A defining characteristic of the 790 Adventure is its rally racer-inspired, 5.3-gallon horseshoe-shaped gas tank, which keeps the bike’s center of gravity low, creates less bulk between the knees for stand-up riding and makes air filter, battery and fuse access easy, plus it does double-duty as engine protection in case of a tip-over.
On paper the 790 Adventure is impressive, and riding it is confirmation; the seat is flat, spacious and comfortable, the wide handlebar is six-position adjustable and the long-travel suspension soaks up road irregularities at high and low speeds. Bosch 9.1 MP cornering ABS backs up powerful brakes and many useful features are standard, such as an aluminum skid plate, a 12V dash socket and an underseat USB port. Cruise control, a centerstand, a quickshifter, heated grips and TPMS are optional.
At long last, the empty slot between a street-legal enduro and an open-class ADV tourer has been filled, and that sound you hear is the cheering of all those riders looking for a bike to rule both mountain and highway.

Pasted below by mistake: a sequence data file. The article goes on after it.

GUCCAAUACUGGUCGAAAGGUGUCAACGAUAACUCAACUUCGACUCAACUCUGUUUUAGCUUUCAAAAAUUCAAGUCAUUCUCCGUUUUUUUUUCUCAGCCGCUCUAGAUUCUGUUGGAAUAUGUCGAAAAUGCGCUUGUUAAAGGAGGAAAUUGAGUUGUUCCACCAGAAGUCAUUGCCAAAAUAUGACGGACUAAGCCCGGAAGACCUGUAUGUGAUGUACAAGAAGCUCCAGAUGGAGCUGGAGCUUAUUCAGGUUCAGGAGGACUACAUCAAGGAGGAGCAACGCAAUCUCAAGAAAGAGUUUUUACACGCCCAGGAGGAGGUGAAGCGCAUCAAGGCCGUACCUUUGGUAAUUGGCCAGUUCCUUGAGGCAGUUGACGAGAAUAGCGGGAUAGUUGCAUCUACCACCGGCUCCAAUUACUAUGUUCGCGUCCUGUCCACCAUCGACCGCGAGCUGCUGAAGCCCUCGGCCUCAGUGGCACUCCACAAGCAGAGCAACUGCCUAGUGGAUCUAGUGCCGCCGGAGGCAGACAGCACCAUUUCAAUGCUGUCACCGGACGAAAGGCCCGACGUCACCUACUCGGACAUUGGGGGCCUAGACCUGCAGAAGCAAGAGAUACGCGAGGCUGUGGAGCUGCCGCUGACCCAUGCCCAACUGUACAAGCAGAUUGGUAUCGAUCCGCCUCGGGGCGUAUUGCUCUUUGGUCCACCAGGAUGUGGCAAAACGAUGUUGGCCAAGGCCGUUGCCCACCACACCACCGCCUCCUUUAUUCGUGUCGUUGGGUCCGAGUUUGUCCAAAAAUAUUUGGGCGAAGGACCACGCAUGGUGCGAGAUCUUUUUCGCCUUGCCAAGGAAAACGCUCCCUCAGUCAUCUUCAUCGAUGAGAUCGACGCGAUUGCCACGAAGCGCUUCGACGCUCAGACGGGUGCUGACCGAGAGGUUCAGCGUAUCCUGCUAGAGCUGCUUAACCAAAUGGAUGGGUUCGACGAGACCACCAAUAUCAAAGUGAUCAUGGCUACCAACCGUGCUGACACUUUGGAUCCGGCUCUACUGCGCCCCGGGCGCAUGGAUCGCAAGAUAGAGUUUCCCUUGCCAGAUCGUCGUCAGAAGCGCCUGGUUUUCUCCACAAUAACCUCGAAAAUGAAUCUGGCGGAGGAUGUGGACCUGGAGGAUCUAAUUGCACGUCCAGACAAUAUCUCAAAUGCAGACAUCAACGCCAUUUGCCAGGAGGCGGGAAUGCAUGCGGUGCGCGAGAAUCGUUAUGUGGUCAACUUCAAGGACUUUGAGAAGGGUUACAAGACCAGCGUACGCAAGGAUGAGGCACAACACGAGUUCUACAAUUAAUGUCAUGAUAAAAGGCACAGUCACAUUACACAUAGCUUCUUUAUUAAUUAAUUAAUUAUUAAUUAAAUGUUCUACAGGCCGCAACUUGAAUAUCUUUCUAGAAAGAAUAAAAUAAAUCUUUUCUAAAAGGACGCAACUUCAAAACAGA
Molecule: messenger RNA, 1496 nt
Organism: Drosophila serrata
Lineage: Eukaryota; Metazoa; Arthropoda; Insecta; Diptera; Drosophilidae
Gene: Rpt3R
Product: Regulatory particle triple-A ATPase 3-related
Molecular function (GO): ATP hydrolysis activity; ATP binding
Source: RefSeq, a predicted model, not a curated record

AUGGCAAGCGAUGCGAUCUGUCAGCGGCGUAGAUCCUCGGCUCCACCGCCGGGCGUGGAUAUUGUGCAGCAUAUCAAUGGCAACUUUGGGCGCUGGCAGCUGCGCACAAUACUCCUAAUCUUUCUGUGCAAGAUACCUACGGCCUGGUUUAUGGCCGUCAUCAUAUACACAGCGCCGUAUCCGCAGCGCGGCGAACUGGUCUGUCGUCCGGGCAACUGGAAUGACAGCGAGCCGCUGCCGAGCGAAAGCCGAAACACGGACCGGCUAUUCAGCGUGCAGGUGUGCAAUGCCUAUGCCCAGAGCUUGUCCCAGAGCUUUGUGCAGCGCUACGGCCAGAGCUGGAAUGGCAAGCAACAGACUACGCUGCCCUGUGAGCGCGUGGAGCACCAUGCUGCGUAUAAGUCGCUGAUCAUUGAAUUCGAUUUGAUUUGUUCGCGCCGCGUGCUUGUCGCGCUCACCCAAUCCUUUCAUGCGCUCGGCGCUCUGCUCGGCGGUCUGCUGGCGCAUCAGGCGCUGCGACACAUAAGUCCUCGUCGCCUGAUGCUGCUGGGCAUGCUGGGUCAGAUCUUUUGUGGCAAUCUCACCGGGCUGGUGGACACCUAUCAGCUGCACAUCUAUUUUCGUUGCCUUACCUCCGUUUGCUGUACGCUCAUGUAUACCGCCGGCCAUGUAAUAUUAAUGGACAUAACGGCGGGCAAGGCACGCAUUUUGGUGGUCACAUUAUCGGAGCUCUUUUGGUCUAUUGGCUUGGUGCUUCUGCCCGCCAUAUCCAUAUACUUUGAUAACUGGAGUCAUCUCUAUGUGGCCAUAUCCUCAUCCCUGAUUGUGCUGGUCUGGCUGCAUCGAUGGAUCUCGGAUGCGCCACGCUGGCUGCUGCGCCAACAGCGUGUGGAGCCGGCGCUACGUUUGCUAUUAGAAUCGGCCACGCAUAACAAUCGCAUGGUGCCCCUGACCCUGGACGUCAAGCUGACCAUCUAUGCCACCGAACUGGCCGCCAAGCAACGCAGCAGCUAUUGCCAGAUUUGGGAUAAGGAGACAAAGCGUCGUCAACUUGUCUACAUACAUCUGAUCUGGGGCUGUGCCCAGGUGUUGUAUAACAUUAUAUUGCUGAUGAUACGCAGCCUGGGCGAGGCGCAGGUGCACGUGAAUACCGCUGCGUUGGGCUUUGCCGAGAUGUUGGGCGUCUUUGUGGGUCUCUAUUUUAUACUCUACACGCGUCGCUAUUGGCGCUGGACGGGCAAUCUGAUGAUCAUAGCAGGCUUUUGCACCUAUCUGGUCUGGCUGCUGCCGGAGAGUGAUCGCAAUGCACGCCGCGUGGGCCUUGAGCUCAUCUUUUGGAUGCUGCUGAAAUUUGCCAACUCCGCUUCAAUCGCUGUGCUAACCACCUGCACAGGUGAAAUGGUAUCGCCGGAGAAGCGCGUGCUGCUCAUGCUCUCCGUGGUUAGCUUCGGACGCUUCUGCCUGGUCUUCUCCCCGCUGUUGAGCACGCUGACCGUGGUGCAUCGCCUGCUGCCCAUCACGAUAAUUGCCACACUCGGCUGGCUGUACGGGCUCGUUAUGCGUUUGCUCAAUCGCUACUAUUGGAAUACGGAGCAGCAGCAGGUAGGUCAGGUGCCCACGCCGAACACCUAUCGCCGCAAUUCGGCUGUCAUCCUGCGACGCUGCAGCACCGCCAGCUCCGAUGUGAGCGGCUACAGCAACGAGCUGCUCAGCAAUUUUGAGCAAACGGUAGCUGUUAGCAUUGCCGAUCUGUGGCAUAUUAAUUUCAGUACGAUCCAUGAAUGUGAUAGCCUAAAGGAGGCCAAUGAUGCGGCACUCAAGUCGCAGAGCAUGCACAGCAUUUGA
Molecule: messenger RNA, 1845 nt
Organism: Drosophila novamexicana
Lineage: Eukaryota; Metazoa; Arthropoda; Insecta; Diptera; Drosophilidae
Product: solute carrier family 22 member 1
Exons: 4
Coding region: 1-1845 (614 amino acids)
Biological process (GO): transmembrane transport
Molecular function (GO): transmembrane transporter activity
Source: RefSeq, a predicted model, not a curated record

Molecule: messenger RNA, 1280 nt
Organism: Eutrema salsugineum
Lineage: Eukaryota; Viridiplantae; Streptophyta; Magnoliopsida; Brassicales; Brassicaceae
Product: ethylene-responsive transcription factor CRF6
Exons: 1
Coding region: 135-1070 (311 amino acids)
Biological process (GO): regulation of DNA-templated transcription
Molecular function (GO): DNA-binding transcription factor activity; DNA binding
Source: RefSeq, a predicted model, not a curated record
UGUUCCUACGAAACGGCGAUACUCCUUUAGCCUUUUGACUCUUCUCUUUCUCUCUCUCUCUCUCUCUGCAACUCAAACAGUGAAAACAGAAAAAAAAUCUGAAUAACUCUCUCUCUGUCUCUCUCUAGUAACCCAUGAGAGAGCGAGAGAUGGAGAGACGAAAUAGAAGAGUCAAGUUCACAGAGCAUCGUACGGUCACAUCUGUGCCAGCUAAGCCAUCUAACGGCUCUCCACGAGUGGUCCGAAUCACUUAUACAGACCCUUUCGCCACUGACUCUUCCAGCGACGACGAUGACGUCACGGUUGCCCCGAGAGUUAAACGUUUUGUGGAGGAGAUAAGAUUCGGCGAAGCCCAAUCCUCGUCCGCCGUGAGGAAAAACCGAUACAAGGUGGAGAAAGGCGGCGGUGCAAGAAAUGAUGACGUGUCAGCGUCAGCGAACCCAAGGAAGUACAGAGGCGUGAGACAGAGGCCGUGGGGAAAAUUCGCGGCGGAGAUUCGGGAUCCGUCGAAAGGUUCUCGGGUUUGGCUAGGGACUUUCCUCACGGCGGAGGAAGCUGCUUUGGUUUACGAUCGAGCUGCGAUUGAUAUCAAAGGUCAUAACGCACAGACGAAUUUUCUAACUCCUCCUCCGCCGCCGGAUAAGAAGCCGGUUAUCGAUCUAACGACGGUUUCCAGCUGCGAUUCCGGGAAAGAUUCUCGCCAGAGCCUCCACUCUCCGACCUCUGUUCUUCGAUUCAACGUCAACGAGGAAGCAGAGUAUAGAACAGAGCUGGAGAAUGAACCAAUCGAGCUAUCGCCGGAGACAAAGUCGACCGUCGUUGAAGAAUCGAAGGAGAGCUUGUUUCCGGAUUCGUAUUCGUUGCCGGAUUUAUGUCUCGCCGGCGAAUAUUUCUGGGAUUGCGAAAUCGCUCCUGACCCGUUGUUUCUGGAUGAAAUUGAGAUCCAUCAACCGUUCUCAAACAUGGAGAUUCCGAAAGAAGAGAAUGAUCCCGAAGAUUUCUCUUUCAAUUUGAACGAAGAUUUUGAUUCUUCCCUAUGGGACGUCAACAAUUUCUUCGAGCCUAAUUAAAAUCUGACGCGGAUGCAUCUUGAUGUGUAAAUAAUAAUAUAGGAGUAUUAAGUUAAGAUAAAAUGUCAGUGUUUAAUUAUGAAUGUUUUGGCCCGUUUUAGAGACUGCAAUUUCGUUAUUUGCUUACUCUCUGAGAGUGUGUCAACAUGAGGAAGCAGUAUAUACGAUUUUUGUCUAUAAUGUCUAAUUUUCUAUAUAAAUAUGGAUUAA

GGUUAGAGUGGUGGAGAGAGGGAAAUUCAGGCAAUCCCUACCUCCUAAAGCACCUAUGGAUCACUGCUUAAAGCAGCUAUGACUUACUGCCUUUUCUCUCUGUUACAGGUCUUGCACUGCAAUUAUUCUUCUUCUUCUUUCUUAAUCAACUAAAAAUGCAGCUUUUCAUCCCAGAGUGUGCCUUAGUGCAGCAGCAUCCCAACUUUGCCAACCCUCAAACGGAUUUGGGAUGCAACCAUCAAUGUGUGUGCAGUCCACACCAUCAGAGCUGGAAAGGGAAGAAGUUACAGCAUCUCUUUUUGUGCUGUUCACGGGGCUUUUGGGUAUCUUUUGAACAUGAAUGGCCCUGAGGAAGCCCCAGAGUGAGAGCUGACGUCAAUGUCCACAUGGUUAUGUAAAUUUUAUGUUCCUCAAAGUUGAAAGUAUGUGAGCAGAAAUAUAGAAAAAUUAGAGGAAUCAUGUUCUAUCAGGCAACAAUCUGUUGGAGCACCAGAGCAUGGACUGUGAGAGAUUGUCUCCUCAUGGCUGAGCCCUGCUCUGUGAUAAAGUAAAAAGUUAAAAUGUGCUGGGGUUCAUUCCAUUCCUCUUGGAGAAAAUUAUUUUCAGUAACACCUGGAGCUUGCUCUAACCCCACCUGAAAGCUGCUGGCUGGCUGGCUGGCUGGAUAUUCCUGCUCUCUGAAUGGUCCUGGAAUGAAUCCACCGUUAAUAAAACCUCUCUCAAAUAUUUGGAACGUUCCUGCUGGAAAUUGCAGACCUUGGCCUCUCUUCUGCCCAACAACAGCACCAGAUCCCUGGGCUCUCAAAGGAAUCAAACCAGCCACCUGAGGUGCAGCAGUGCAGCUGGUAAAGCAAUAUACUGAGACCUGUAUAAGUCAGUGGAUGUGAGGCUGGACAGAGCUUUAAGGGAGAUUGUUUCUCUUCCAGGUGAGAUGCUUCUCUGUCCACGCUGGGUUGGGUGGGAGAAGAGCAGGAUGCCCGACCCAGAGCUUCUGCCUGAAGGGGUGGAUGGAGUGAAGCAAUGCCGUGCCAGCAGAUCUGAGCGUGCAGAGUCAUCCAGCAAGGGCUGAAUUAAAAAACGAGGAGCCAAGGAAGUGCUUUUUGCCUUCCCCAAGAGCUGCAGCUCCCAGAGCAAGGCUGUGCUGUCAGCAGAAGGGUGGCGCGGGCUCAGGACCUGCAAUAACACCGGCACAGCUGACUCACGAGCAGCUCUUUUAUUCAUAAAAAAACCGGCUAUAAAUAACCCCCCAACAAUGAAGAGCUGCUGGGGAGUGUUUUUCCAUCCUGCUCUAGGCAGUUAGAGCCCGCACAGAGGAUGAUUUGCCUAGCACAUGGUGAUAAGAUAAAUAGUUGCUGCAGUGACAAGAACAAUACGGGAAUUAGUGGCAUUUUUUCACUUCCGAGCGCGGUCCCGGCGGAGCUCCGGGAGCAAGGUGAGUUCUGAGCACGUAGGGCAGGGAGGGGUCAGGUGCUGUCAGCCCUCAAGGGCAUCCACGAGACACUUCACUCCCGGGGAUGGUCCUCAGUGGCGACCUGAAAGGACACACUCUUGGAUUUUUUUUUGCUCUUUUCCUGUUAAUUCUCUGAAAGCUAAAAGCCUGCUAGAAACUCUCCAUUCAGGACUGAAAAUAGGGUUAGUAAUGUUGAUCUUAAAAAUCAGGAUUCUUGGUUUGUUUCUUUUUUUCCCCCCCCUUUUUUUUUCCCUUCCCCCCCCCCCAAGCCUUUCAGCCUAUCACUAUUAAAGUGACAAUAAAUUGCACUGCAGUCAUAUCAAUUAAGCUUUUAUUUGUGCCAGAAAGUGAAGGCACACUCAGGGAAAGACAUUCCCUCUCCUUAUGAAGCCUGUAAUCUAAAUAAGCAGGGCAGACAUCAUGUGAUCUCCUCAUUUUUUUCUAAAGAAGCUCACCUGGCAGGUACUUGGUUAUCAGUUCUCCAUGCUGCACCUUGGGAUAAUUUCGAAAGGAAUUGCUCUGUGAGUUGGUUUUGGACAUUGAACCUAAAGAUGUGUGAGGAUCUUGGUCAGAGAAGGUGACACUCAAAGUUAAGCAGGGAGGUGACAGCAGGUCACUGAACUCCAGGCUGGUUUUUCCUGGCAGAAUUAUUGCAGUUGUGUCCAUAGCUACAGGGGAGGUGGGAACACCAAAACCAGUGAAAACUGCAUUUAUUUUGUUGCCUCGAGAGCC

If you had given the award to Niken, I would have never read another word from your publication. Absolutely disgraceful for Yamaha to bring that trash here and leave the 700 Tenere unfinished.
Yamaha technology ‘trash?’ Yamaha ‘disgraceful?’ Yamaha knows motorcycles and where their markets are. I applaud Yamaha for pushing the technological envelope. Not unlike Honda, they have helped bring us some of the finest motorcycle marvels of our time. Innovation and experimentation combined with competition will always improve the motorcycle experience.
I agree Randy. Change is difficult for people. While I have not yet ridden the bike myself, I am awed by the Marvel they created.
Niken, trash? Look, I’m not that enthralled the bike, but didn’t you watch the Tour de France? They were very able to handle dealing with all the the things happening over the Pirenese and Alps, riding 2up with cameras and other equipment…I was impressed how it handle slow going in crowds (mainly due to the fact they CAN’T FALL) that will help new riders and/or older folks I’m sure.
Go re-read the reviews. And I might be fuzzy on my memory, but I recall reading that they WILL fall over without a side/ctr stand or leg to perch on.
I was at the TDF. Yamaha made a big investment in supplying the Nikens and the worked admirably for the camera srews. It will pay big dividends for them in marketing and sales.
It can fall!